Valuable strategies for taxpayers with substantial income and/or capital gains - by Michael Packman

September 17, 2019 - New York City
Michael Packman,
KNPRE

For years, the ownership and use of real estate in the United States has had tax advantages if you know what you are doing, and today is no different. I would like to share a couple of strategies that can be valuable to those taxpayers with substantial income and/or capital gains.

The first strategy can be valuable for the mitigation of either ordinary income or capital gains.  It involves a little-known section of the tax code; 26 U.S. Code § 170(h) – “Qualified Conservation Contribution.”  Within this section, the Code defines “qualified conservation contribution” as a contribution of a “qualified real property interest” to a “qualified organization” exclusively for “conservation purposes.”  “Qualified real property interest” is defined as “any of the following interests in real property: (A) the entire interest of the donor other than a qualified mineral interest, (B) a remainder interest, and (C) a restriction (granted in perpetuity) on the use which may be made of the real property.”  With respect to subsection (C), the Code indicates that a conservation easement should constitute a “qualified real property interest.”  To effectuate the transfer of such a “qualified real property interest,” the donor would draft, file, and record a deed that evidences the conservation easement as well as the legally binding restrictions with respect to the underlying real property enforceable by the “qualified organization,” also known as the donee organization.  But, how is this strategy valuable?
This first strategy is valuable because a proper “qualified conservation contribution” generates noncash charitable contribution deductions that can offset approximately 50% of an individual’s adjusted gross income, which includes federal and, in some cases, state taxes as well as all types of income.  However, the exact value of a proper “qualified conservation contribution” is subject to several factors, including the personal tax circumstances of the donor.  With respect to the generation of deductions, the amount generated for the donor equals the difference between the value of the underlying real property before the charitable donation and after the charitable donation as determined by a “qualified appraiser.”  Thus, the ability to deduct up to half of your income sounds like a great advantage in connection with the ownership of real estate; especially if the value of the “qualified conservation contribution” in terms of deductions is substantially more than what was paid for the underlying real property, which sometimes is the case.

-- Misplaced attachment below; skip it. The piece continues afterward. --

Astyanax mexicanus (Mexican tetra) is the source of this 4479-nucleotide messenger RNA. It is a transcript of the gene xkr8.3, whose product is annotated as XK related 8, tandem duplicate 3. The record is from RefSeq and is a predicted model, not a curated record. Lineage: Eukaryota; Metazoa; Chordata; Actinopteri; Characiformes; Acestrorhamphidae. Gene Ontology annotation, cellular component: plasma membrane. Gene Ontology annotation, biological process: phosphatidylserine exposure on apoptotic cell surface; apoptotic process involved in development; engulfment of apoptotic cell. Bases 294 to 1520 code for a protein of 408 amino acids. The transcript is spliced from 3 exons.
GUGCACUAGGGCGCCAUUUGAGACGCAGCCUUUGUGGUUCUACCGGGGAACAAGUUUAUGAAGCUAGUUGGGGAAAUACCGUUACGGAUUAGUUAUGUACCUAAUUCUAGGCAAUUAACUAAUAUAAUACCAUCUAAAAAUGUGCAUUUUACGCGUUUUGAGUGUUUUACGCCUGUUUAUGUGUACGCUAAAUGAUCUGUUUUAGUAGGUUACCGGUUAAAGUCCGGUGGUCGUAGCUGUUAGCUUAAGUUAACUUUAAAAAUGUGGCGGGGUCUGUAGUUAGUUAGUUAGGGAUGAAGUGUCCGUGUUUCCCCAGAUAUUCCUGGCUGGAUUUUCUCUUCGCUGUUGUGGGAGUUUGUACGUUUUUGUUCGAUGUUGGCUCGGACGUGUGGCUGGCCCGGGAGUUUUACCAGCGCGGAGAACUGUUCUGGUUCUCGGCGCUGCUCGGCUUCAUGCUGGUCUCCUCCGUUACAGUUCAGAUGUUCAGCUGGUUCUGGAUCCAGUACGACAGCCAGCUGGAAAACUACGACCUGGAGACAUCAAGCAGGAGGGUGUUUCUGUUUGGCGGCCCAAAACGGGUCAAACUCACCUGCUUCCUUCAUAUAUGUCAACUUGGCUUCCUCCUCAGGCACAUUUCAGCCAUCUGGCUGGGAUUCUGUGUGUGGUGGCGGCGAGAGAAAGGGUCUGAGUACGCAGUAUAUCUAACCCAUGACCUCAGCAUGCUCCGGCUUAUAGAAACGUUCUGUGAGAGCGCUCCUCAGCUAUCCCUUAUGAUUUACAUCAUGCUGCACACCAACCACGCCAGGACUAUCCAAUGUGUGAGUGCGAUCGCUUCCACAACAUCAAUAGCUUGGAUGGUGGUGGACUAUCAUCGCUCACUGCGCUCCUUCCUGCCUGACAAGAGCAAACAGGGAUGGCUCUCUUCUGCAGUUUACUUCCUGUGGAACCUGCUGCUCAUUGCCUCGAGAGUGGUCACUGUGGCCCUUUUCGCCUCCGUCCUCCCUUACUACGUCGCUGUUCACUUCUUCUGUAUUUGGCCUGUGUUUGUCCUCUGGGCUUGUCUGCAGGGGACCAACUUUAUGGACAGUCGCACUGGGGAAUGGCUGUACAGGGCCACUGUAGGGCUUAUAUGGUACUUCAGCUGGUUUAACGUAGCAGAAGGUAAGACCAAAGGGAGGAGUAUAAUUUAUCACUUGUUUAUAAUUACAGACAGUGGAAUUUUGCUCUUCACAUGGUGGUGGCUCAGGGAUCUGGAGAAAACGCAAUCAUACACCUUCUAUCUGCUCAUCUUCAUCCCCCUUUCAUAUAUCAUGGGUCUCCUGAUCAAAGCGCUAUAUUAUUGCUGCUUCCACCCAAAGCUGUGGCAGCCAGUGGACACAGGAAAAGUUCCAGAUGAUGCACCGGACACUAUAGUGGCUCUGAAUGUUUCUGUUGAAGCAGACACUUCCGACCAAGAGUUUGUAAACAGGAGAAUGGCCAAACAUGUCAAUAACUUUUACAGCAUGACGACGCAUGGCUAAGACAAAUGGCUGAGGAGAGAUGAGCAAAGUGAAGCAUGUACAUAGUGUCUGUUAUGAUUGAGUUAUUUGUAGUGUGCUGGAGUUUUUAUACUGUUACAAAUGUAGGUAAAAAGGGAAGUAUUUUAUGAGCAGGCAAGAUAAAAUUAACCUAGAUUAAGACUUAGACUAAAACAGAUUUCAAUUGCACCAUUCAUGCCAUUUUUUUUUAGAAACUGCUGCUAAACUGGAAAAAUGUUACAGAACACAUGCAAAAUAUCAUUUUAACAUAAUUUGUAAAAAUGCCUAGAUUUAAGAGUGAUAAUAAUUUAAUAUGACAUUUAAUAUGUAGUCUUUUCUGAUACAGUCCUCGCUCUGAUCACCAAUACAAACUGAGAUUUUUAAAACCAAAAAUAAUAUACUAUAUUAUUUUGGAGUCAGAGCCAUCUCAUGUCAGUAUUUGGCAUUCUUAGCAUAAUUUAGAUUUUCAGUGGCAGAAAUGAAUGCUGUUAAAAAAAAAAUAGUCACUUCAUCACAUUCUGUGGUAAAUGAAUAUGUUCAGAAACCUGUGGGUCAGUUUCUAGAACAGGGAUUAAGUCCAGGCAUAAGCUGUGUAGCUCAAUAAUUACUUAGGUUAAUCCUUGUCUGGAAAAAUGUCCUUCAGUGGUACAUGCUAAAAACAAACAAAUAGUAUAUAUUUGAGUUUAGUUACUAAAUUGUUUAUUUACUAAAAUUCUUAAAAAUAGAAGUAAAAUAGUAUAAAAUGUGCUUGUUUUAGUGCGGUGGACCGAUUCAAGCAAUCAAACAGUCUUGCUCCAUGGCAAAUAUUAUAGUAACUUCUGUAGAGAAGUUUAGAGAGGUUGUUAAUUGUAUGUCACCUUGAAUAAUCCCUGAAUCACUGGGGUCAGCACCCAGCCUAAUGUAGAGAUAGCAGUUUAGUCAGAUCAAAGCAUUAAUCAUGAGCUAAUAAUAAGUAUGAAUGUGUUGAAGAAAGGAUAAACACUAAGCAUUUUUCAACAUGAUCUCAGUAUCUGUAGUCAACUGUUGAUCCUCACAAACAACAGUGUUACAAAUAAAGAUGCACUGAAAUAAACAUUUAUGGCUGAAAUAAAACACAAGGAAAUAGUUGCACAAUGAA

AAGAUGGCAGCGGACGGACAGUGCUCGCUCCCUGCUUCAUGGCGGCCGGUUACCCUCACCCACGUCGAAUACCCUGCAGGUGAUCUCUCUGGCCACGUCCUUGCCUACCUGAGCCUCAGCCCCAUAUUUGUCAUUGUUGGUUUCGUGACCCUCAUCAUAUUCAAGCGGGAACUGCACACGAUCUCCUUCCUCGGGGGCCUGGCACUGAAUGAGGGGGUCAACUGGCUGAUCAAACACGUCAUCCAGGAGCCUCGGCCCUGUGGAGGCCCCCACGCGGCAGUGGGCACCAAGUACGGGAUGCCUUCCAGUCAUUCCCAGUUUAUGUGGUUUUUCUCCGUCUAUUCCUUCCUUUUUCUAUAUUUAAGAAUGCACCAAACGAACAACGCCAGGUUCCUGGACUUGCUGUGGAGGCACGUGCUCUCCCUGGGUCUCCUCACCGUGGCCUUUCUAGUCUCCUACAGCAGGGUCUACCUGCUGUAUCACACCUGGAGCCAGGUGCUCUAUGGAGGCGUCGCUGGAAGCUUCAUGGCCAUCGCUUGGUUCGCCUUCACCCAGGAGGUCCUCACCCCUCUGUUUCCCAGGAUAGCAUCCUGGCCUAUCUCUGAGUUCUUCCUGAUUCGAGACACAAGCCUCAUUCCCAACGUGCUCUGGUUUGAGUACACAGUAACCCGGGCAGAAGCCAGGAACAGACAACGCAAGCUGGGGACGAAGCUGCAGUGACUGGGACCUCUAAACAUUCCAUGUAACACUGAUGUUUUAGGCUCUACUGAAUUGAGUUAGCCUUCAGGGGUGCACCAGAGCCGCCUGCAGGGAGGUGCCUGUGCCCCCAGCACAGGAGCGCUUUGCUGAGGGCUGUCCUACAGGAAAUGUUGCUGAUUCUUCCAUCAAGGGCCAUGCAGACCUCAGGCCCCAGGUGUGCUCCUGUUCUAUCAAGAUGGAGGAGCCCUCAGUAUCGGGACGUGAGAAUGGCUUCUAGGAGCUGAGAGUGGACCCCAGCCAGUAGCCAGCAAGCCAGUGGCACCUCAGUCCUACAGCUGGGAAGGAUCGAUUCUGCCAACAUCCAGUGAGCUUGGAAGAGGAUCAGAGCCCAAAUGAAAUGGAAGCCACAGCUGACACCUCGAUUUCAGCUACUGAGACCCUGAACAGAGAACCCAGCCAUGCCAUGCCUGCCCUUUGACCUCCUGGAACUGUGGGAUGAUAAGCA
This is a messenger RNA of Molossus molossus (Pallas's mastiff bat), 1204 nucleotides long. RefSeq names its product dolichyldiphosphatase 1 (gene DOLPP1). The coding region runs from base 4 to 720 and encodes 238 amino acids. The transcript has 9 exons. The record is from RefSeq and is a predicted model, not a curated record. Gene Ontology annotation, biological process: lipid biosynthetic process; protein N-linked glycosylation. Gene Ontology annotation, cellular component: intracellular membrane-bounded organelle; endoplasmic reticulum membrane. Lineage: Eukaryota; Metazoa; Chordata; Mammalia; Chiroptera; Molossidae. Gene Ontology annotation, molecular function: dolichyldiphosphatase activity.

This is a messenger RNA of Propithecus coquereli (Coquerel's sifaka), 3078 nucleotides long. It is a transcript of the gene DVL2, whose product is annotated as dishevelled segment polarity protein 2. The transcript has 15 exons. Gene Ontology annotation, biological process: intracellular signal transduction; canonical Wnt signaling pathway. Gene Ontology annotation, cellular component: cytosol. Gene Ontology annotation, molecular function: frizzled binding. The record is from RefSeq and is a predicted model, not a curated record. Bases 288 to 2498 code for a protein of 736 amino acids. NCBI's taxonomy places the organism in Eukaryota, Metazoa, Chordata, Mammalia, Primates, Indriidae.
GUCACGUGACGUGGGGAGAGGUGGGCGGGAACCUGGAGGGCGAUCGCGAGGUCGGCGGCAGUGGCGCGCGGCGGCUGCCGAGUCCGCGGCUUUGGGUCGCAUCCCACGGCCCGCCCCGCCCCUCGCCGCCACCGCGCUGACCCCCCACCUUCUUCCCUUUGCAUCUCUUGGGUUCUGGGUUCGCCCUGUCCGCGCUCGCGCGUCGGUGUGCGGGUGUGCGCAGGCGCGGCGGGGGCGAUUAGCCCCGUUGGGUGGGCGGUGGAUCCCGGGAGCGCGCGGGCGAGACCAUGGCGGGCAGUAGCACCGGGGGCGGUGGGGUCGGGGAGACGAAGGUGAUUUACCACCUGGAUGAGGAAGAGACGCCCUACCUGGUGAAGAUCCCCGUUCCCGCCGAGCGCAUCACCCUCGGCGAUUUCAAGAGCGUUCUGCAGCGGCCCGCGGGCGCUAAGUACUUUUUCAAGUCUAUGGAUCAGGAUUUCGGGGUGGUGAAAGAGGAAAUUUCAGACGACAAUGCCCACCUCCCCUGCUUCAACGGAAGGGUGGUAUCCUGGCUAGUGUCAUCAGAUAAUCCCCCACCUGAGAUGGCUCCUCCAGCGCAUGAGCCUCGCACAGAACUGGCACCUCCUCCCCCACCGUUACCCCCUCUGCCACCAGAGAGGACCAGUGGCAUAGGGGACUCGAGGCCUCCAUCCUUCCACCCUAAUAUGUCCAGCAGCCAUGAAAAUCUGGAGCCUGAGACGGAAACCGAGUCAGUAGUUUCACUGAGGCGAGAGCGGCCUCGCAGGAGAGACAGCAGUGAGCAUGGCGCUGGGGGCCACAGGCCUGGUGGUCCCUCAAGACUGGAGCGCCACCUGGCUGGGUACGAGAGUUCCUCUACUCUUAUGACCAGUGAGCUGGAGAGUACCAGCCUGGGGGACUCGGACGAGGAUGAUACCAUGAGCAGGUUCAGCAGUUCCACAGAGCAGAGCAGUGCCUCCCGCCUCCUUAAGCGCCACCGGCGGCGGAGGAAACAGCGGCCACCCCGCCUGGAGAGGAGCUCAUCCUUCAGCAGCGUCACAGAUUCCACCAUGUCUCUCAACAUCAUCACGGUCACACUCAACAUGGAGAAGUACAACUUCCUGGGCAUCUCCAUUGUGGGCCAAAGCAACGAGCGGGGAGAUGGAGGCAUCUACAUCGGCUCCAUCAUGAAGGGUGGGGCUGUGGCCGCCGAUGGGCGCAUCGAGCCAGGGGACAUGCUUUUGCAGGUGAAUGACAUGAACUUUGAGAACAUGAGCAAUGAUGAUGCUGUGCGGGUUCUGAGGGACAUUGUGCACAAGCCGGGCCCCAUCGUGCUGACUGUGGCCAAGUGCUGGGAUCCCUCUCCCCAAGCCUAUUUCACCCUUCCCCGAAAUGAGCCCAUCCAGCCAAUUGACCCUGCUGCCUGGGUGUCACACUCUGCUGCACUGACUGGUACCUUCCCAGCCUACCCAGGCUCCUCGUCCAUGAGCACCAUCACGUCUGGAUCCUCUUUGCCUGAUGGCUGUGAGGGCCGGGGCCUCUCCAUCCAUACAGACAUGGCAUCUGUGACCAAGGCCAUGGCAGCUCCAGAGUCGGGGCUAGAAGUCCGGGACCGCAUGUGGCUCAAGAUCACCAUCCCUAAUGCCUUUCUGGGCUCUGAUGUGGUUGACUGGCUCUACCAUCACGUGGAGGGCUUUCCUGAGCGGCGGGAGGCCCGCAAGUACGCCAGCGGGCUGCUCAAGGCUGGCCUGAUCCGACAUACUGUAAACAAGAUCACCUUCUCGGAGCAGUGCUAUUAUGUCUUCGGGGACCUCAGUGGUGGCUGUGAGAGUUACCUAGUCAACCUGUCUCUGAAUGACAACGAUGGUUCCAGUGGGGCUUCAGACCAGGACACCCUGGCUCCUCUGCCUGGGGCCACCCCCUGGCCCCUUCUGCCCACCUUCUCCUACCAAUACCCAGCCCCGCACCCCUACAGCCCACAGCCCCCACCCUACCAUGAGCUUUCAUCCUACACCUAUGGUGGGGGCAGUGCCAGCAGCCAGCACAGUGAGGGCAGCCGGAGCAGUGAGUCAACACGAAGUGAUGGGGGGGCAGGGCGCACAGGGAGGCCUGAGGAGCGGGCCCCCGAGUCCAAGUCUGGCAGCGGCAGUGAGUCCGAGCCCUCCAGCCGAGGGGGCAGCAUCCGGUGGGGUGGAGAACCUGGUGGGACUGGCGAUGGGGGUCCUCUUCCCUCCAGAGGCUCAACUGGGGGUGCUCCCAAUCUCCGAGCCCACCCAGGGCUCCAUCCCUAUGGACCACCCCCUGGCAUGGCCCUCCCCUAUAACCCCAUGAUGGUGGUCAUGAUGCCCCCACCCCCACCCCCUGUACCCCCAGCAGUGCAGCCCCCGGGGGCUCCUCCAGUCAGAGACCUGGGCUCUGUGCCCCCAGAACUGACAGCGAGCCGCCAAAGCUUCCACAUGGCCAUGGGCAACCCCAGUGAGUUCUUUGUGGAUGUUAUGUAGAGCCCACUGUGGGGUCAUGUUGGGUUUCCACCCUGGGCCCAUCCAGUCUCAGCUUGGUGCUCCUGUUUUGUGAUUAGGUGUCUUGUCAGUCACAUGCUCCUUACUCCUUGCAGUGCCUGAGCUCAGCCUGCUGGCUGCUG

Yet, like with most government-incentivized programs, the grant of a “qualified conservation contribution” is susceptible to abuse and as such there are risks involved.  The most prevalent risk in connection with a “qualified conservation contribution” is that of being audited.  The Internal Revenue Service is afforded a three-year window, beginning on the date the tax return associated with the “qualified conservation contribution” is filed, to inform such donor that it is under audit.  There are a number of outcomes that may arise following an audit; including, but not limited to, the complete disallowance of the entire requested deduction via challenge by the IRS, the reduction of the requested deduction via challenge by the IRS, or the allowance of the entire requested deduction by the IRS.

If you get audited, the IRS will most likely challenge the “qualified conservation contribution” on several grounds.  First, the IRS may question whether is the underlying real property is worthy of conservation.  To combat this challenge, the donor would need to make sure the requirements of Code § 170(h) are met.  Second, the IRS may question the “qualified conservation contribution” on the basis of whether the technical requirements of Code § 170(h) were met.  Here, it is crucial that all technical requirements were met.  One such requirement is ensuring that the “highest and best use” of the underlying real property (used when determining the value of the underlying real property after the charitable donation) was “legally permissible,” “physically possible,” and “economically feasible” prior to donation.  This can be done by engaging a relevant third-party expert to evaluate the underlying real property.  Complying with all technical requirements also means making sure the necessary paperwork was filed and that the donation was recorded correctly.  Therefore, if you are interested in making a “qualified conservation contribution,” it is important to have the right advisors, attorneys, and appraisers as well as a charitable organization that constitutes a “qualified organization.”  Following this advice, can help you avoid making any missteps and ensure your proper compliance with Code § 170(h) as well as award you a feeling of pride and accomplishment for helping preserve our nation’s dwindling environmentally significant habitats.